6 Strategies to Boost your Nurse Salary

6 Strategies to Boost your Nurse Salary

If you’re like me, you graduated nursing school without a clear sense of how much you were going to make. It’s unfortunate that within our women-dominated field, negotiating and discussing pay has been historically uncommon and even discouraged. Maybe you’re about to graduate from nursing school and are wondering if you will earn enough to pay off your loans. Or perhaps you have years of nursing experience under your belt and feel frustrated that you're not being compensated for what you deserve. Thankfully, there are strategies to know what you’re worth and earn more now with your current nursing license.

Know your worth - when comparing yourself to others is beneficial

Comparing yourself to others is no longer about what your high school classmates are wearing. It now serves as one of the best bargaining tools you will have when asking for a raise and applying for a new (or your first) nursing job. For starters, learn the average RN salary in your state and at your hospital. According to 2019 data from Nursing License Map, this pay can vary by as much as $53,700 depending on the state you work in. South Dakota, Mississippi, and Alabama were the lowest-paying states for RNs at $60,230 or less, while California offered the highest mean salary of $113,240. The average income across all US states was $77,460. As a Lume member, Lume’s salary and reviews databank is perhaps the easiest tool you have to compare your salary and job experience to other nurses. With the databank you are empowered to ensure you are being paid and treated fairly.

Find a bank that gives back to you 

That is where a bank like Lume comes in. Many checking accounts advertise that they offer free checking, which means you have a place to store your money without paying. The first rule is to never use a checking account that you have to pay for. To take things one step further, Lume offers the unique opportunity for on-demand pay. This allows you to pay less interest on loans by paying loan balances down faster and earning more money back by investing sooner. The discounts you will enjoy on popular nursing brands by being a lume member are also a benefit unique to lume, allowing you to save more of your nurse salary.

Travel if you can

Although benefits are typically less comprehensive, travel nursing contracts have historically paid a higher salary than full-time nursing positions. As nursing turnover rates continue to present challenges for hospitals, many are providing higher rates to travelers despite full-time compensation remaining fairly stagnant. Additionally, you don't necessarily have to travel across the country for an assignment — taking a contract might just mean walking down the street.

If you can’t travel, pursue clinical advancement programs at your hospital

More and more hospitals are offering clinical ladder advancement programs that nurses can pursue after a few years of experience. These may offer the opportunity to showcase hard work, present an evidence-based project, and ultimately get a raise. If raises are offered as a reward for clinical advancement, the pay increase will vary between hospitals. Make sure to ask management early on if these programs are available. That way, you can learn the requirements for advancing, the rewards for doing so and you can start planning ahead.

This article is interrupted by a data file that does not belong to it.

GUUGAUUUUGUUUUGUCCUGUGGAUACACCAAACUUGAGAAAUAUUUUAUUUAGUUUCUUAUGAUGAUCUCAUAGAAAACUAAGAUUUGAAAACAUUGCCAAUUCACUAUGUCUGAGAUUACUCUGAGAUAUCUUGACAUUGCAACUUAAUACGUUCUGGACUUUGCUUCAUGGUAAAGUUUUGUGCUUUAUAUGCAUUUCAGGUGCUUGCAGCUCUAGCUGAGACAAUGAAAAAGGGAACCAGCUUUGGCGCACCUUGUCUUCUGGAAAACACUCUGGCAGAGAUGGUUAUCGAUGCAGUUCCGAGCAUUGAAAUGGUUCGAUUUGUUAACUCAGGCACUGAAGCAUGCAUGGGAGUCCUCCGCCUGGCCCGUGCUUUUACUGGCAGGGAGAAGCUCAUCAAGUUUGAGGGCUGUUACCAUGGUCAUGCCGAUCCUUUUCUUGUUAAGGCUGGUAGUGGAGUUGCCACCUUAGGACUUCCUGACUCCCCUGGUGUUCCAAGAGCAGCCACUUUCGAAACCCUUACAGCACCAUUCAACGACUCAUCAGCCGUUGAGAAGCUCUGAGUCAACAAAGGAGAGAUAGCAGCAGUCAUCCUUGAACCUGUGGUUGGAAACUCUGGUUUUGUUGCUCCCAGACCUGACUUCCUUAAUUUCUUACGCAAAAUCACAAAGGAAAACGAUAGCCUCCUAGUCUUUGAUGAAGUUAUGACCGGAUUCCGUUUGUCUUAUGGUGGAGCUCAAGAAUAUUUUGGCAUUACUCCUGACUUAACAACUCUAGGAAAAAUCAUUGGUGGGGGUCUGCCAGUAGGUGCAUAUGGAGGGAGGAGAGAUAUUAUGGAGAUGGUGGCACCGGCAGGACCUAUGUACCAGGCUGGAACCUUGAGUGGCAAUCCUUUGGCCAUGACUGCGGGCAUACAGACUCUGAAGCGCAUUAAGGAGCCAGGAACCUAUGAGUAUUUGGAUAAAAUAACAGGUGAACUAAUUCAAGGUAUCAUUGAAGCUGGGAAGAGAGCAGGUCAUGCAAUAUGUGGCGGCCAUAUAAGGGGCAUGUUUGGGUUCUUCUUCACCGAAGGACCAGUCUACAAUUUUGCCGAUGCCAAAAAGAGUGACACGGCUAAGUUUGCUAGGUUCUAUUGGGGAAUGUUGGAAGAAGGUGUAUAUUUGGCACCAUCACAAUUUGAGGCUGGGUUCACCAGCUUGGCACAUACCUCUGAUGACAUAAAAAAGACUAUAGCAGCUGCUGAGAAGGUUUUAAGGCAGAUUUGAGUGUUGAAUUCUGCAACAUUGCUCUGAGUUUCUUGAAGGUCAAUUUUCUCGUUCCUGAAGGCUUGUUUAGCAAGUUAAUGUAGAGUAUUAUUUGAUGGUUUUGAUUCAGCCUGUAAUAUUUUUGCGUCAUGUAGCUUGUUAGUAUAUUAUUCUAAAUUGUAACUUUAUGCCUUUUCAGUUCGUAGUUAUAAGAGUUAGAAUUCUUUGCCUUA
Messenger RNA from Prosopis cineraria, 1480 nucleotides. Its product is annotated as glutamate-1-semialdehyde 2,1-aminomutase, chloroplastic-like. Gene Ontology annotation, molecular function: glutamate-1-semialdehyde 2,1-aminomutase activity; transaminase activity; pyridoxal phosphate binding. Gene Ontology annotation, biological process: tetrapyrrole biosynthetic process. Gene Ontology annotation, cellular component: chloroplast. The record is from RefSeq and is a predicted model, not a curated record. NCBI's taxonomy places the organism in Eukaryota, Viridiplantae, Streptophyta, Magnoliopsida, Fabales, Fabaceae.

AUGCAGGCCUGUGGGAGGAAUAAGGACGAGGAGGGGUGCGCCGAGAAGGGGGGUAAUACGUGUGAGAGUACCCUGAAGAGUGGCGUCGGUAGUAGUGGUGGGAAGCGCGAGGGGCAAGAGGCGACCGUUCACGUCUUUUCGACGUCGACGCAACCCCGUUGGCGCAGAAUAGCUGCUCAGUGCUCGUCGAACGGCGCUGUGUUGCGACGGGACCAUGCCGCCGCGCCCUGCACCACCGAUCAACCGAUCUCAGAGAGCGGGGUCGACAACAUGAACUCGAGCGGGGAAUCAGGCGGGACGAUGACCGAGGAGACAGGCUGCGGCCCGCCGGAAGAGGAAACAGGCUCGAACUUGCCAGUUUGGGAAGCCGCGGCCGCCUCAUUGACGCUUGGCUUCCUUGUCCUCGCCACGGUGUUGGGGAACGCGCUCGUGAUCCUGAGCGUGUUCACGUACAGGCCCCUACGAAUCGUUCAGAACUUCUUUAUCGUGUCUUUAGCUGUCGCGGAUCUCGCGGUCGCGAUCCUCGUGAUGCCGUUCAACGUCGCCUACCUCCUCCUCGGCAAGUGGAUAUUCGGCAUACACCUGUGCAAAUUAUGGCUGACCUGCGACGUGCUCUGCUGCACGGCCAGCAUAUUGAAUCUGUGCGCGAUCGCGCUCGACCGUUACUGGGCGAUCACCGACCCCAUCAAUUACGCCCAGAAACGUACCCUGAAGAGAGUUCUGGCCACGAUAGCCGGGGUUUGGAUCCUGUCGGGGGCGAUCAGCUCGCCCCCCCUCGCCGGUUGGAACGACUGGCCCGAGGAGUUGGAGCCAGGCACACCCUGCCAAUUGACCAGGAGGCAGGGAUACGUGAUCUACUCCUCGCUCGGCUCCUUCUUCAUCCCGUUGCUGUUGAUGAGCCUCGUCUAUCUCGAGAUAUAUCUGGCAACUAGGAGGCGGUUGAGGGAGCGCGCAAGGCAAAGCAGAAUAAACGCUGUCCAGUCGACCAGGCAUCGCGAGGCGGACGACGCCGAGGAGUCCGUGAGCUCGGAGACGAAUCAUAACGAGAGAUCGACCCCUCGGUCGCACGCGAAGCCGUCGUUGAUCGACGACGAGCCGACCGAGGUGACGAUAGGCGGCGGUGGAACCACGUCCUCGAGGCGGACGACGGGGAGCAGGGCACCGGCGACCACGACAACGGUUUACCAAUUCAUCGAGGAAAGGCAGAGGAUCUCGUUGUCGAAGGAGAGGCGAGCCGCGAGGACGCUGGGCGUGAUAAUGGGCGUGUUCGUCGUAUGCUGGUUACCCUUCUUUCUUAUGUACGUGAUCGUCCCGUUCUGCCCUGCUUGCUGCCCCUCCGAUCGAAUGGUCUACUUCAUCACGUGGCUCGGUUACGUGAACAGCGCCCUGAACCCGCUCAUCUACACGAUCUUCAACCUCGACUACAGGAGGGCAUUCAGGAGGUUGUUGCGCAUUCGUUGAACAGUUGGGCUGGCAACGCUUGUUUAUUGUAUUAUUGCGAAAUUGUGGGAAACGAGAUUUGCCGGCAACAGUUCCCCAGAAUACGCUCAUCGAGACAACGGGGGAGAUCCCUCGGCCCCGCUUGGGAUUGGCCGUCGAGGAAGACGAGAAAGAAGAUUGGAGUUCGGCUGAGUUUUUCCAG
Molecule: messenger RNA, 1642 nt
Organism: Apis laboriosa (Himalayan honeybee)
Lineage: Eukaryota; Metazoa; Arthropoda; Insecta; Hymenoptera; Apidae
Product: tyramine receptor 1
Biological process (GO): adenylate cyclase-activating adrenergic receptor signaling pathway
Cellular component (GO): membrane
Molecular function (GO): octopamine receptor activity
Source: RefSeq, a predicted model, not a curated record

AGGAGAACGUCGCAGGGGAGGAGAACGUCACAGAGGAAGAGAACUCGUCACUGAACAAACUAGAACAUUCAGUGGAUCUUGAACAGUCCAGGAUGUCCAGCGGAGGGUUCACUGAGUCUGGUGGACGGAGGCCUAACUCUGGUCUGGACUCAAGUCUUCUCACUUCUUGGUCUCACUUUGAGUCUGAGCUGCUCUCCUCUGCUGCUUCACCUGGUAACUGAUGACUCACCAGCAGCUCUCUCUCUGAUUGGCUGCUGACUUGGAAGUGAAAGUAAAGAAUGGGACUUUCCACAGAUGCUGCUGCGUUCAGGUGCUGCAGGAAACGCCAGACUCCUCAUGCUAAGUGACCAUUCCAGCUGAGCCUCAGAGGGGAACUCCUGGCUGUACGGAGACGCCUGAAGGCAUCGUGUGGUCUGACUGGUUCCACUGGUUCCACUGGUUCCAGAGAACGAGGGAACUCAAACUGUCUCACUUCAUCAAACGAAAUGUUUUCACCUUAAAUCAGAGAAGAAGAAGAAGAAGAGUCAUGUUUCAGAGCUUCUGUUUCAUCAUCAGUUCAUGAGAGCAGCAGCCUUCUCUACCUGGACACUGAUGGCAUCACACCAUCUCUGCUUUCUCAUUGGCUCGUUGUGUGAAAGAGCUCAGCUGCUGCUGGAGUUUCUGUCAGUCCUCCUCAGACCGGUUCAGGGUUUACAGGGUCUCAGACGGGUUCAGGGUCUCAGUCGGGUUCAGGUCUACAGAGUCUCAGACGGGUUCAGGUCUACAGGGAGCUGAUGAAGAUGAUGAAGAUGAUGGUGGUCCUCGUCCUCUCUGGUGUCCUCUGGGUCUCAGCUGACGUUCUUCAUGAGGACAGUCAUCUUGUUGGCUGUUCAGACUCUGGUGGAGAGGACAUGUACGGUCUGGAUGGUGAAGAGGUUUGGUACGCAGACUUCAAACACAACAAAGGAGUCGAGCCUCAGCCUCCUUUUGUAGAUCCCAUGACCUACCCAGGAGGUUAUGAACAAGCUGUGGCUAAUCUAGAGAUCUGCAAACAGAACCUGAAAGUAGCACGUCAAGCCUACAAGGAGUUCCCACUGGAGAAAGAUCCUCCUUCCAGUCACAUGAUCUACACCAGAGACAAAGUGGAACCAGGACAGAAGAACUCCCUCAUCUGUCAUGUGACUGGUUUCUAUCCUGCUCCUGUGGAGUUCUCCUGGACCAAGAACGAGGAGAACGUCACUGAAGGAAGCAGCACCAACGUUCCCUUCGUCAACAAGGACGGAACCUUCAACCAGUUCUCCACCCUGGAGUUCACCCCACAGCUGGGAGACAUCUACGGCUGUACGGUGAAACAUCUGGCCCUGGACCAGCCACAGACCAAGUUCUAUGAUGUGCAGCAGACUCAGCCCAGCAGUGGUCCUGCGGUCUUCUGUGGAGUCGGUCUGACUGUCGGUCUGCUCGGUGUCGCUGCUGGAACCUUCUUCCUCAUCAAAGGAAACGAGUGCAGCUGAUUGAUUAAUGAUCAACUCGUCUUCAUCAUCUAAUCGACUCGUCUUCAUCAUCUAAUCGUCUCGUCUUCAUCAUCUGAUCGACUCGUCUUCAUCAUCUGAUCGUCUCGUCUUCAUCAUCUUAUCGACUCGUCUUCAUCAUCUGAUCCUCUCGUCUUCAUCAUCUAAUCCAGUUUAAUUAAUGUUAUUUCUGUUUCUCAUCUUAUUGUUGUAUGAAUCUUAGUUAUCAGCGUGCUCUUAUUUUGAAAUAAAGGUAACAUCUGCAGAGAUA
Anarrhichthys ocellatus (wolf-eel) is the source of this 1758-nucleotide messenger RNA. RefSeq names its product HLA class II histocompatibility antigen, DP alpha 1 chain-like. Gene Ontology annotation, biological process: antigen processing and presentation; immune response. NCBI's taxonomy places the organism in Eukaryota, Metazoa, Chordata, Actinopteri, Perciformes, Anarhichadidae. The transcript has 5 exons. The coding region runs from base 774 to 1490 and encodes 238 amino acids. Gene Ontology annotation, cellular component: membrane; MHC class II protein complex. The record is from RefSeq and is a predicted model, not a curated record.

Consider working some night shifts

Like it or not, it's nearly universal that night shift nurses make more money than those on the day shift. Shift differentials can result in a variation of thousands of dollars per year. Don't mind staying up real late? Consider the schedule switch.

Try a new nursing specialty     

Some hospitals are willing to pay critical care or emergency nurses more than nurses in other specialties. When applying for a job, ask the human resources department whether pay varies by the department if you’re open to different areas.

Building wealth takes years, so it’s important to learn strategies for doing so early on in your career. No matter where you work, what your weekly schedule looks like, or how new you are to nursing, make your money work for you. Once you pay off your debt and have saved enough in the bank to cover three to six months of living expenses, invest what's left over. Investments will earn you 10% back on average over a span of 10 years—more than any high yield savings account ever will be able to. Utilize financial institutions like Lume that actually care about the wellbeing and wealth building of nurses and aren’t in the business just to profit off your money. Today, nurses are in higher demand than ever. Know your worth by using lume’s salary databank and use that knowledge to negotiate for a fair salary. In doing so, you’ll not only benefit yourself but the nursing profession as a whole. 


A registered nurse since 2016, Mary has experience in internal medicine, international medical aid, and emergency medicine where she currently practices. She is most passionate about creating safe, supportive work environments for nurses. In her free time Mary finds joy in running, the outdoors, good food and her catholic faith.


Answering questions related to all things nursing and money.